Redlining – are we in for more Facebook ad changes

On a more alarming level, there’s also talk among social media marketing specialists that Facebook may take away the ability to set ad targeting based on geographical locations.

In North America, there is a term called ‘redlining’ which refers to the refusal of a loan or insurance to someone because they live in an area deemed to be a poor financial risk. The theory is that suburbs excluded from a Facebook advertising set may be considered redlining, and your ad may be disapproved on the basis of discrimination, again.

As many real estate businesses use geographically based references in their Facebook settings, to target more localised audiences, this could be a big disaster should this become fact.

Ami Vora, vice president of product management at Facebook said, in a letter to Advertising Watchdog ProPublica, that Facebook’s anti-discrimination system had “successfully flagged millions of ads” in the credit, employment and housing categories. He added that Facebook will now begin requiring self-certification for ads in all categories that choose to exclude an audience segment. “Our systems continue to improve, but we can do better.”

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These Facebook changes are great news for consumers and minorities, and I understand and generally don’t mind them coming into play. But the continual speed bumps that we need to overcome (as advertisers who are following the rules, doing the right thing and not discriminating) do become somewhat tiresome.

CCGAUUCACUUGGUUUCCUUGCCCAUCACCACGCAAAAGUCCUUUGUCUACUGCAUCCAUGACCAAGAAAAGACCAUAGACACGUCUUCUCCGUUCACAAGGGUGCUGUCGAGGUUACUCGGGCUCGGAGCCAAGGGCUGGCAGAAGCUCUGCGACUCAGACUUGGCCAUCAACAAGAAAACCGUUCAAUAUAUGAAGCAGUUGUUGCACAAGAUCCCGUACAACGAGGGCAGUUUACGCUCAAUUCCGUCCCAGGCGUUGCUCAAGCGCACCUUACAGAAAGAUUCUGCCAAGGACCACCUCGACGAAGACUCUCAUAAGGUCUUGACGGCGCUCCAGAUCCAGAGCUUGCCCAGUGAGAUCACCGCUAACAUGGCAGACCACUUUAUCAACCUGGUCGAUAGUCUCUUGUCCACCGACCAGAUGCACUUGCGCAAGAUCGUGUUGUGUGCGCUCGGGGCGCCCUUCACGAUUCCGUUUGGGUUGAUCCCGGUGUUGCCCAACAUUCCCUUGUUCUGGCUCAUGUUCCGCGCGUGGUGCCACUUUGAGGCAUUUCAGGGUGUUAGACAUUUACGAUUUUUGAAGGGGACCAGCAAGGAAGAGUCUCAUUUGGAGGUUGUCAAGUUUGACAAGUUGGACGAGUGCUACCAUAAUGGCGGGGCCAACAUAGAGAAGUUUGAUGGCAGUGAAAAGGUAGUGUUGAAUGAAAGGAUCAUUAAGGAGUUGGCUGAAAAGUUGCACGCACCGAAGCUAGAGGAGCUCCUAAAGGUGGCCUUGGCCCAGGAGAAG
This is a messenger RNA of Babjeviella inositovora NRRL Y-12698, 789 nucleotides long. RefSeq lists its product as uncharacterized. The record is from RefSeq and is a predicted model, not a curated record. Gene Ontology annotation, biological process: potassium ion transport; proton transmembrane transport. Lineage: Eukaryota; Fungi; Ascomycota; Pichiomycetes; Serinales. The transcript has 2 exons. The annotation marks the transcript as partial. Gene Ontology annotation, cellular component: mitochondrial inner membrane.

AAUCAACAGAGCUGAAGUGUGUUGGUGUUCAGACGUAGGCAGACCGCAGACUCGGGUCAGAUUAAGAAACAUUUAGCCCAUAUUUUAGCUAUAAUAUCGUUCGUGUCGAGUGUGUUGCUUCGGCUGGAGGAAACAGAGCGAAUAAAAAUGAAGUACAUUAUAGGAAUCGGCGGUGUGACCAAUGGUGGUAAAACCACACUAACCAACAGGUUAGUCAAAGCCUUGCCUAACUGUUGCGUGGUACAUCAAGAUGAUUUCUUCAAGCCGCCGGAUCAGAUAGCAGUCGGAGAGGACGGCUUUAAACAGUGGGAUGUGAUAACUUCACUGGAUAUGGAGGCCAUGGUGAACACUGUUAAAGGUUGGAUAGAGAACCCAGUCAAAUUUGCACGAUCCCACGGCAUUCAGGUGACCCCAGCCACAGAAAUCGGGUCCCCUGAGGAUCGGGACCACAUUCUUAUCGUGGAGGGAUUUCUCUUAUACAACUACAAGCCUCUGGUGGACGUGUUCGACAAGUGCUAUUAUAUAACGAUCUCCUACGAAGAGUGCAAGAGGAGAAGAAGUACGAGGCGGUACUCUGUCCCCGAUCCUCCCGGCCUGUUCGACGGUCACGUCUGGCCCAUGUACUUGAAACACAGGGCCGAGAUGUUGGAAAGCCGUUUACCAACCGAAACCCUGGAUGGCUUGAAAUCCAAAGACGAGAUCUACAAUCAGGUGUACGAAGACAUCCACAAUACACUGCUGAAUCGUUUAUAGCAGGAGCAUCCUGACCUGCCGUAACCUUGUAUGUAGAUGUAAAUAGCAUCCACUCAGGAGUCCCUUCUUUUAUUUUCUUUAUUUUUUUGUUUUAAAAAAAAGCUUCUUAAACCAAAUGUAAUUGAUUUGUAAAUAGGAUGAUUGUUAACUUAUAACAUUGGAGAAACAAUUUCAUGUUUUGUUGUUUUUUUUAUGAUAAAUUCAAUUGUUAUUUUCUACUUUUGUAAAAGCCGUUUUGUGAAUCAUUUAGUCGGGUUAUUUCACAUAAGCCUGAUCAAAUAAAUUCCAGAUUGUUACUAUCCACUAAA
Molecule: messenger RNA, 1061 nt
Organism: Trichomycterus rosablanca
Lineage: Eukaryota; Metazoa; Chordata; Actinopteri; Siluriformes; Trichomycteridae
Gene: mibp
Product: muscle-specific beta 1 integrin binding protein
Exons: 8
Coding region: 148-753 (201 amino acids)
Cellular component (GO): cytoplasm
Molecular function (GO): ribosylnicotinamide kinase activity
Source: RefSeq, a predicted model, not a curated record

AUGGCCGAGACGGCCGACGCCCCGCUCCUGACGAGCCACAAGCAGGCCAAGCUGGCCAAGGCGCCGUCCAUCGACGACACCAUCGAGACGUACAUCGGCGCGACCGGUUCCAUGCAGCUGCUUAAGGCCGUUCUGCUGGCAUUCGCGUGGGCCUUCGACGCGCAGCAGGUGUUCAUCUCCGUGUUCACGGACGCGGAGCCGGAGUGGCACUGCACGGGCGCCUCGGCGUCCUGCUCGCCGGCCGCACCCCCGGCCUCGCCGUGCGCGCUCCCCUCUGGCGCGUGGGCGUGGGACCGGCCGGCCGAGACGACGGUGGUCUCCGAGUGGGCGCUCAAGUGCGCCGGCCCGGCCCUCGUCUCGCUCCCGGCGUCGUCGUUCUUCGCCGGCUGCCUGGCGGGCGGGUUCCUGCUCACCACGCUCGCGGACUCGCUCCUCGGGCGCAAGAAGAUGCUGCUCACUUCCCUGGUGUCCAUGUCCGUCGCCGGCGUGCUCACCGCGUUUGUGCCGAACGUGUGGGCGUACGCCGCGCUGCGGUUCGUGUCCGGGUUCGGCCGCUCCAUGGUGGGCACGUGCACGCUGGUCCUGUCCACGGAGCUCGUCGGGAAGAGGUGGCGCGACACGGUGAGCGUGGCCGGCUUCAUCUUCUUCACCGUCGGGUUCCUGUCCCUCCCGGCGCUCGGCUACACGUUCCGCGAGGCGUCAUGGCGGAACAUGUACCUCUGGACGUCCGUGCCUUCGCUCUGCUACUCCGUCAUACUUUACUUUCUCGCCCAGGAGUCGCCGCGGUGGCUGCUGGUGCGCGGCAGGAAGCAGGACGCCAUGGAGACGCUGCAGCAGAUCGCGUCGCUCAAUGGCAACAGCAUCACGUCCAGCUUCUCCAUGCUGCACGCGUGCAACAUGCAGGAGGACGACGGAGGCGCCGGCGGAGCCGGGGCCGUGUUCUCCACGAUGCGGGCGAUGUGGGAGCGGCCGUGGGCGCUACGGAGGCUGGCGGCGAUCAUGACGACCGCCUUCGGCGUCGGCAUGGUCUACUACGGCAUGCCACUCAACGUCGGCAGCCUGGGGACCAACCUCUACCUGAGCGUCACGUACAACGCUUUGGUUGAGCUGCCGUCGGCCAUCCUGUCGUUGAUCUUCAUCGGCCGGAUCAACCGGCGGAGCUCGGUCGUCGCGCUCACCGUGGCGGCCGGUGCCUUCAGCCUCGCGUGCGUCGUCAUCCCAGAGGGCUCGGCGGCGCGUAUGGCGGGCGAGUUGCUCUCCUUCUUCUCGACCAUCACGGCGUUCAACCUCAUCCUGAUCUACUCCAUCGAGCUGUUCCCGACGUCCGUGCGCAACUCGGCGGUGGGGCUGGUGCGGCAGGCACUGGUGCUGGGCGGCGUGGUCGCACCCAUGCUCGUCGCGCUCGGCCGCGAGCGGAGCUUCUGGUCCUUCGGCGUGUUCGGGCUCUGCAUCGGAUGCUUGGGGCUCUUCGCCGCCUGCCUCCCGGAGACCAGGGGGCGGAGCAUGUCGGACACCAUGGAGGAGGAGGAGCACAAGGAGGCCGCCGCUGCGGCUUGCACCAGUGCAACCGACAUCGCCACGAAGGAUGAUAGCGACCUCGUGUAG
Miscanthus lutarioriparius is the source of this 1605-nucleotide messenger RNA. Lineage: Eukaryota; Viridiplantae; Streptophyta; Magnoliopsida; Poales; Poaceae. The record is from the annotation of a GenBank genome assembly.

On a positive note, the good news is, that every time I need to work out why something has changed on Facebook for a client, our entire ‘Hoole family’ of clients benefit from that knowledge!

Having an ability to keep on top of your social media marketing knowledge applies to all the social media and search platforms because even Google, LinkedIn and Twitter are continually moving the goal posts and launching or retiring their product and advertising features. This is the advertising world we live in now. New media shifts and changes at a rapid pace, so you need experts that can help you keep up with that pace.

Smart actions to protect your business from its Facebook posts

As a principal, real estate agency owner or real estate agent, if you or your team use Facebook to promote your brand and clients’ properties, you should make sure that both you and your staff are well-versed on the law and abide by the following best practices:

1 – Show diversity in your marketing visuals